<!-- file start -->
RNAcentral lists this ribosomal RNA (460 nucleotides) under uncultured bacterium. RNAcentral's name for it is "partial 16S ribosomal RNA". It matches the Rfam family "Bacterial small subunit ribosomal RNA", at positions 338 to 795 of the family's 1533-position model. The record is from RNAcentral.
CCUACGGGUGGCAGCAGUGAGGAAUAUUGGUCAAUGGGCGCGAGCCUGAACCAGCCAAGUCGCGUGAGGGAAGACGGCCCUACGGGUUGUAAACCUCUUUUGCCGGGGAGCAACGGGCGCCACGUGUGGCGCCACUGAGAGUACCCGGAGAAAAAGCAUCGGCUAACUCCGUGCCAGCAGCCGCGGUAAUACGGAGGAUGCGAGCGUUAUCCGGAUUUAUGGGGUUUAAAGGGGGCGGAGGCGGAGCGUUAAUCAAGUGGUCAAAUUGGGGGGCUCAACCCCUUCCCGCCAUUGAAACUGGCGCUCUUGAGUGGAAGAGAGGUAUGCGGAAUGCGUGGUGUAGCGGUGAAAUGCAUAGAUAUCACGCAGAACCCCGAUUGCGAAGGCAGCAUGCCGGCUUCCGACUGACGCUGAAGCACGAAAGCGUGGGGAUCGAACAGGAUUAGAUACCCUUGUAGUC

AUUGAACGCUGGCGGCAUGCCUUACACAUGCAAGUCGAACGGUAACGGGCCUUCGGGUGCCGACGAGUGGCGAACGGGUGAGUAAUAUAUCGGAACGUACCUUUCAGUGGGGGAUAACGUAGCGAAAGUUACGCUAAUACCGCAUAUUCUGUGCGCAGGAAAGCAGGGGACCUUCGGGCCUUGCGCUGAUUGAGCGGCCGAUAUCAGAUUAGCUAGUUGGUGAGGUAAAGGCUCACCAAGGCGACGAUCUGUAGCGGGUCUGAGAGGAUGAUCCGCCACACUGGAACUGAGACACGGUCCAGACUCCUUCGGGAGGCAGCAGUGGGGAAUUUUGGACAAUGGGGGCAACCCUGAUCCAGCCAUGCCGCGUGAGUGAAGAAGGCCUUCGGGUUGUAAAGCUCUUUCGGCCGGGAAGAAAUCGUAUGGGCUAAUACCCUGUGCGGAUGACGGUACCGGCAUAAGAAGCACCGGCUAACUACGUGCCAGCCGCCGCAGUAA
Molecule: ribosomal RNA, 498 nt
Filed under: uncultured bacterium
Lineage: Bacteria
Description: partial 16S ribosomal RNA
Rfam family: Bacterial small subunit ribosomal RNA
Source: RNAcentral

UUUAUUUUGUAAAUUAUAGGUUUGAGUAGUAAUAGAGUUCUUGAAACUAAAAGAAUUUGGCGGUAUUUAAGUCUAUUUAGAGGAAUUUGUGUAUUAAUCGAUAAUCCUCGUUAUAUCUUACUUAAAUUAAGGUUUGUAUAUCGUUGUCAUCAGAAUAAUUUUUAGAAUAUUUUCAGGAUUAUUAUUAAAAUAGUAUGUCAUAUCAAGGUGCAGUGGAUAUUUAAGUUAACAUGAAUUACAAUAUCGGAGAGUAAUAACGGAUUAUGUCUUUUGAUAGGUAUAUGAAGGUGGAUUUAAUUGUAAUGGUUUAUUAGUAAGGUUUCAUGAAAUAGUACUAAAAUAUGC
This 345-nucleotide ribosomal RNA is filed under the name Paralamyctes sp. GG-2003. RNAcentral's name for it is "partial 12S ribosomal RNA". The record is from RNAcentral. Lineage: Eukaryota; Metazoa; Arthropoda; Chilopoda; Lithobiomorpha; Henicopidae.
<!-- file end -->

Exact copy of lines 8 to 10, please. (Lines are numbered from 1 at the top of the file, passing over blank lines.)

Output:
Rfam family: Bacterial small subunit ribosomal RNA
Source: RNAcentral

UUUAUUUUGUAAAUUAUAGGUUUGAGUAGUAAUAGAGUUCUUGAAACUAAAAGAAUUUGGCGGUAUUUAAGUCUAUUUAGAGGAAUUUGUGUAUUAAUCGAUAAUCCUCGUUAUAUCUUACUUAAAUUAAGGUUUGUAUAUCGUUGUCAUCAGAAUAAUUUUUAGAAUAUUUUCAGGAUUAUUAUUAAAAUAGUAUGUCAUAUCAAGGUGCAGUGGAUAUUUAAGUUAACAUGAAUUACAAUAUCGGAGAGUAAUAACGGAUUAUGUCUUUUGAUAGGUAUAUGAAGGUGGAUUUAAUUGUAAUGGUUUAUUAGUAAGGUUUCAUGAAAUAGUACUAAAAUAUGC